In a paper published in the Theoretical and Applied Climatology journal, the CCCAR team notes that over the decades leading to 2100, combined with the increase in temperature there would be an overall reduction in rainfall in the state. The rainfall in the southwest monsoon (which is gentler and spread out across months) will be decrease while there could be increase in the cyclone-like rainfall events during the northeast monsoon (which is already the shorter-duration high rainfall period).

Pic 3 Change in rainfall

The modelling was done after taking the mid-level emission scenario for emission increase for Tamil Nadu. This is the A1B scenario for IPCC AR4, corresponding with the Representative Concentration Pathway (RCP) 4.5 scenario of IPCC AR5.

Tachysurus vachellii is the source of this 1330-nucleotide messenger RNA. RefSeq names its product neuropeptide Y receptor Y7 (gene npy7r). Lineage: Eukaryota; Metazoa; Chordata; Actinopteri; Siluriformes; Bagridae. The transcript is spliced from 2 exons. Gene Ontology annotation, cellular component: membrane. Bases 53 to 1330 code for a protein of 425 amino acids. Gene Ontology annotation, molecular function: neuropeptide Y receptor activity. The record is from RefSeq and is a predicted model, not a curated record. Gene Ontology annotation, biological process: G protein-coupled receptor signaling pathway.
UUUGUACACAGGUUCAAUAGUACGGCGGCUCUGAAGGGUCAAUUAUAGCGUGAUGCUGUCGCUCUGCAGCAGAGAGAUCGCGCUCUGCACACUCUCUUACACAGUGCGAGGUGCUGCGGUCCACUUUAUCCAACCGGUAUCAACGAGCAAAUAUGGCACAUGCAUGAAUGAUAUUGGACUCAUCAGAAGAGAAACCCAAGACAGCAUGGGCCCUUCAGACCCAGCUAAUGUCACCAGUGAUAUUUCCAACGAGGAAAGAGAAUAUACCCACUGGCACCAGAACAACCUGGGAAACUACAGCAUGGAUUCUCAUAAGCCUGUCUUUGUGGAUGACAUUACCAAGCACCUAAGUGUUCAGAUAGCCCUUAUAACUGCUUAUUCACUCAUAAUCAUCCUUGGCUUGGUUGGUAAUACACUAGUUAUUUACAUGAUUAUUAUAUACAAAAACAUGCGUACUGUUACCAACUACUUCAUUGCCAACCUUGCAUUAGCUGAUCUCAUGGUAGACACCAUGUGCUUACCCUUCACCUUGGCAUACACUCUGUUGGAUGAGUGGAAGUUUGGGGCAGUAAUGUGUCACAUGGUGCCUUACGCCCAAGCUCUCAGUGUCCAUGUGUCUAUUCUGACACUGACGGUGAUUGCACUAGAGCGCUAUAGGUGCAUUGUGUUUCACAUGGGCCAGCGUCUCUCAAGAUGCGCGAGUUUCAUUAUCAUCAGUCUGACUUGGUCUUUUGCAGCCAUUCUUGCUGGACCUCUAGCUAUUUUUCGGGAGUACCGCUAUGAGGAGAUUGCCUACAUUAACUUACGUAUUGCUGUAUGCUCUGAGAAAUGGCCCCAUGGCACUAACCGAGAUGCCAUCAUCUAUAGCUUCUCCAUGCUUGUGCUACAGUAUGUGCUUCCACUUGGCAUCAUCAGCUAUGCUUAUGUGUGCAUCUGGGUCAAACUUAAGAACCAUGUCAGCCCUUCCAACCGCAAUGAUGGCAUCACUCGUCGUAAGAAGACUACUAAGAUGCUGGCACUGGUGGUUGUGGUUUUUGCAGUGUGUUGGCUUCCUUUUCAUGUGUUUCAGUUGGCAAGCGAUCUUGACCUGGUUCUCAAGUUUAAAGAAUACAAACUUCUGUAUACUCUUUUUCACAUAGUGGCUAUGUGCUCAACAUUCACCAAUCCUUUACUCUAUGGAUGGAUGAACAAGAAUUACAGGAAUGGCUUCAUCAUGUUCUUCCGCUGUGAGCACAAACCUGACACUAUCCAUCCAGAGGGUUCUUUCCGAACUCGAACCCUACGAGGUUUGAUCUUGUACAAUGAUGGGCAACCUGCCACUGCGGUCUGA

Increasing temperatures, declining rainfall

For Tamil Nadu as a whole, the projections of maximum temperature show an increase of 1.0, 2.2 and 3.1 °C for the periods 2020s (2005–2035), 2050s (2035–2065) and 2080s (2065–2095), respectively, with respect to baseline period (1970–2000). Similarly, the projections of minimum temperature show an increase of 1.1, 2.4 and 3.5 °C, respectively, for the similar period bands.

The annual rainfall projections for the same periods indicate a general decrease in rainfall of about 2–7, 1–4 and 4–9 %, respectively. There are also indications of increasing heavy rainfall events during the northeast monsoon season and a slight decrease during the southwest monsoon season. The High Altitude agro-climatic zone of the Western Ghats and the Eastern Ghats, and the High Rainfall agro-climatic zone near the tip of the peninsula could have an increase in rainfall from 10% to 25%.